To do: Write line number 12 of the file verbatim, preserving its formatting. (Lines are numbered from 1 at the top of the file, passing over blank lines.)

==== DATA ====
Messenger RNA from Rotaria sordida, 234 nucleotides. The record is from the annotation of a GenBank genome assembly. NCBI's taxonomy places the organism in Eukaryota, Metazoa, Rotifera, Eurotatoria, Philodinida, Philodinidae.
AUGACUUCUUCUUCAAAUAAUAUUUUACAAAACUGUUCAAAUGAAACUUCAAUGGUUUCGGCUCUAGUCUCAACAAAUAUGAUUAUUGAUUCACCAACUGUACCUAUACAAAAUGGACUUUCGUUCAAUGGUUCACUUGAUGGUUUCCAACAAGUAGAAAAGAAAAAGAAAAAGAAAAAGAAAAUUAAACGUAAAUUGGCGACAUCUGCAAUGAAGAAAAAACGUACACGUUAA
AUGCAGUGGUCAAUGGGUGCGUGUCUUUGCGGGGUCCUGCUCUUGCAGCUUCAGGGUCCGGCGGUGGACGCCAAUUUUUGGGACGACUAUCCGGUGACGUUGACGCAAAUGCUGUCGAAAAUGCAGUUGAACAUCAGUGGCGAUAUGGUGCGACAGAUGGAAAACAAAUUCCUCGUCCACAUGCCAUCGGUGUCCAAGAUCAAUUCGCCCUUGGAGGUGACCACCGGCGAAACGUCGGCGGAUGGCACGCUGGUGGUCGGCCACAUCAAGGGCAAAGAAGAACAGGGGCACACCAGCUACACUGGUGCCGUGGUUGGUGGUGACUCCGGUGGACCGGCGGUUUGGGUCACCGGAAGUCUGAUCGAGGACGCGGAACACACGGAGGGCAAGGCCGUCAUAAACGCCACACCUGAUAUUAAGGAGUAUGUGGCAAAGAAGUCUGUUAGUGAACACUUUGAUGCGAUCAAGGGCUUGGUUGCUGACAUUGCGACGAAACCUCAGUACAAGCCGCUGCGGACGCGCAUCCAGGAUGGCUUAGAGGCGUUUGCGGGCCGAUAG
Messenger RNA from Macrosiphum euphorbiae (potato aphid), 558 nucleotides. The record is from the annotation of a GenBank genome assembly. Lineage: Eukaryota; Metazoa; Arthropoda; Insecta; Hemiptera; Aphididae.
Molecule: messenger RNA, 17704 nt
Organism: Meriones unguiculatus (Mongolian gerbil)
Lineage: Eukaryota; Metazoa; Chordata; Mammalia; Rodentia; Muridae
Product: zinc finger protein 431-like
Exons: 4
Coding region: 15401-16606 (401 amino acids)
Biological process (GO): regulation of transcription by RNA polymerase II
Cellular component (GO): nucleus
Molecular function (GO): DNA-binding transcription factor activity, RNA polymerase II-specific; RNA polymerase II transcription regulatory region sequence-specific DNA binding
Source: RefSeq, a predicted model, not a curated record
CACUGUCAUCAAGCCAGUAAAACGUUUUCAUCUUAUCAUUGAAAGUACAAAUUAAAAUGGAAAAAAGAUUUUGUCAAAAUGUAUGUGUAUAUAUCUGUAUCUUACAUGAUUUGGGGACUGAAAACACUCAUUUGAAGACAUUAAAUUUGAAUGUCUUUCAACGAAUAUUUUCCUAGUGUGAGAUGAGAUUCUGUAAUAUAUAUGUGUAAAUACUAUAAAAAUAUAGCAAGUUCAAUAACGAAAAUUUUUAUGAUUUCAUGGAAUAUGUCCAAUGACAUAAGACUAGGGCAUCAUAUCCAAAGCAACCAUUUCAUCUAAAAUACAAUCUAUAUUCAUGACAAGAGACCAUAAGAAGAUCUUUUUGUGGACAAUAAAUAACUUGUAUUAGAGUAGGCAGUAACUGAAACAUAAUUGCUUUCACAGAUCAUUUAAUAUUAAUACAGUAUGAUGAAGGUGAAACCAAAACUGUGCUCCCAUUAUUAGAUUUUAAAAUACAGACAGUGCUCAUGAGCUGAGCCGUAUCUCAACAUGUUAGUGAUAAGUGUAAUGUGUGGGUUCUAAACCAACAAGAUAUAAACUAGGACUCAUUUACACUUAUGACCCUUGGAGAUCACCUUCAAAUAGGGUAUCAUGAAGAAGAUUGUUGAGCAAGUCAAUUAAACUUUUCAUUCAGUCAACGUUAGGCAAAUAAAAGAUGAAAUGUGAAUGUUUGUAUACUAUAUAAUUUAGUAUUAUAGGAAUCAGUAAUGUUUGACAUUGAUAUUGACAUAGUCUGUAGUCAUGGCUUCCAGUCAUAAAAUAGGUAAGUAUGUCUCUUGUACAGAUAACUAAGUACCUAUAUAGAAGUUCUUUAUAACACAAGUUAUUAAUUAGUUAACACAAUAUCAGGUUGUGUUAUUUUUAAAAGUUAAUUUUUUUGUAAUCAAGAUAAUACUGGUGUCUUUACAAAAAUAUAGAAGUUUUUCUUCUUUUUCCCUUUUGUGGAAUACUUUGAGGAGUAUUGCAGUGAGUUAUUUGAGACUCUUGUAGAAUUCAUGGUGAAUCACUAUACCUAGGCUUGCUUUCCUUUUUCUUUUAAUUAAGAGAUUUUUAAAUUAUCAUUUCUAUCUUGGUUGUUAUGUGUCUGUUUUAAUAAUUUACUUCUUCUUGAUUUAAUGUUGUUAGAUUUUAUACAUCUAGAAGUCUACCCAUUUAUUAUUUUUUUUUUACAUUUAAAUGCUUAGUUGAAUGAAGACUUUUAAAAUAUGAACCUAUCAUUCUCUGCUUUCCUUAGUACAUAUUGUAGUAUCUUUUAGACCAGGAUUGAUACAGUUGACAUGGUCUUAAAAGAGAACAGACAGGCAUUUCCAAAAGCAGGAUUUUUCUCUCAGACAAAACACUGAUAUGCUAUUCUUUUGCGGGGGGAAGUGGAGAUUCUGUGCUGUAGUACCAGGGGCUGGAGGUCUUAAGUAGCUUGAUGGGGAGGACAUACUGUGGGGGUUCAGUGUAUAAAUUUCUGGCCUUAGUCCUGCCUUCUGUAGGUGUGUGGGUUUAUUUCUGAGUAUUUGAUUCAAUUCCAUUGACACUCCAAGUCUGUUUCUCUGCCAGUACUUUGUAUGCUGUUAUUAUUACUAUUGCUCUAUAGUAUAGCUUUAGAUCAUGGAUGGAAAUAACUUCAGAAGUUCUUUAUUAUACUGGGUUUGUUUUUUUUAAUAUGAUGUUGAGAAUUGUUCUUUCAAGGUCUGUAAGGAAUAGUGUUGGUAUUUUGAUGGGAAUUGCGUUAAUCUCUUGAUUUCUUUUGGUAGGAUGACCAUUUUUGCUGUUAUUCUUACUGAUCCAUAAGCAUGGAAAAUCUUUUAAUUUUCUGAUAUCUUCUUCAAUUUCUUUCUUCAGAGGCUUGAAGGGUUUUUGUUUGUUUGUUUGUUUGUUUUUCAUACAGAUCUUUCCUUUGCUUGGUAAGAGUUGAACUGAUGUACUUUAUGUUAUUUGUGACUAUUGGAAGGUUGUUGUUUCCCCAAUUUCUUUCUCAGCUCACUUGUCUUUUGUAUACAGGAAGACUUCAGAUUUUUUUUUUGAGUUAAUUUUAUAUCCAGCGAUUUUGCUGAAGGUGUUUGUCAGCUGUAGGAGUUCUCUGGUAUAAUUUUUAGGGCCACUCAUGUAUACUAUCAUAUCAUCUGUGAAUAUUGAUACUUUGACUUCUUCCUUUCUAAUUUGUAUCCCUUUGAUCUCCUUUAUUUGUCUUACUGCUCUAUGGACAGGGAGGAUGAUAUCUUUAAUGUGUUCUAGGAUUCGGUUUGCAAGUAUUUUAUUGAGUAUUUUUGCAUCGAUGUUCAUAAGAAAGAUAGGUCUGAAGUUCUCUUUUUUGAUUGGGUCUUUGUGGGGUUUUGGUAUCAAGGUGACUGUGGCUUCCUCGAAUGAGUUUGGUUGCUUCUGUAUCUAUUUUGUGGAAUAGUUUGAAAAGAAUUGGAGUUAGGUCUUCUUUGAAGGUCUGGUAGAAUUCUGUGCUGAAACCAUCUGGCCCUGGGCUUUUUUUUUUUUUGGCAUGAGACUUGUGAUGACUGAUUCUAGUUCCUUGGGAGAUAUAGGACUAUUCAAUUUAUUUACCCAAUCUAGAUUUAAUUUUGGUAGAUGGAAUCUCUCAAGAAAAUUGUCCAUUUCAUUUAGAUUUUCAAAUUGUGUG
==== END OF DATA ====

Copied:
Cellular component (GO): nucleus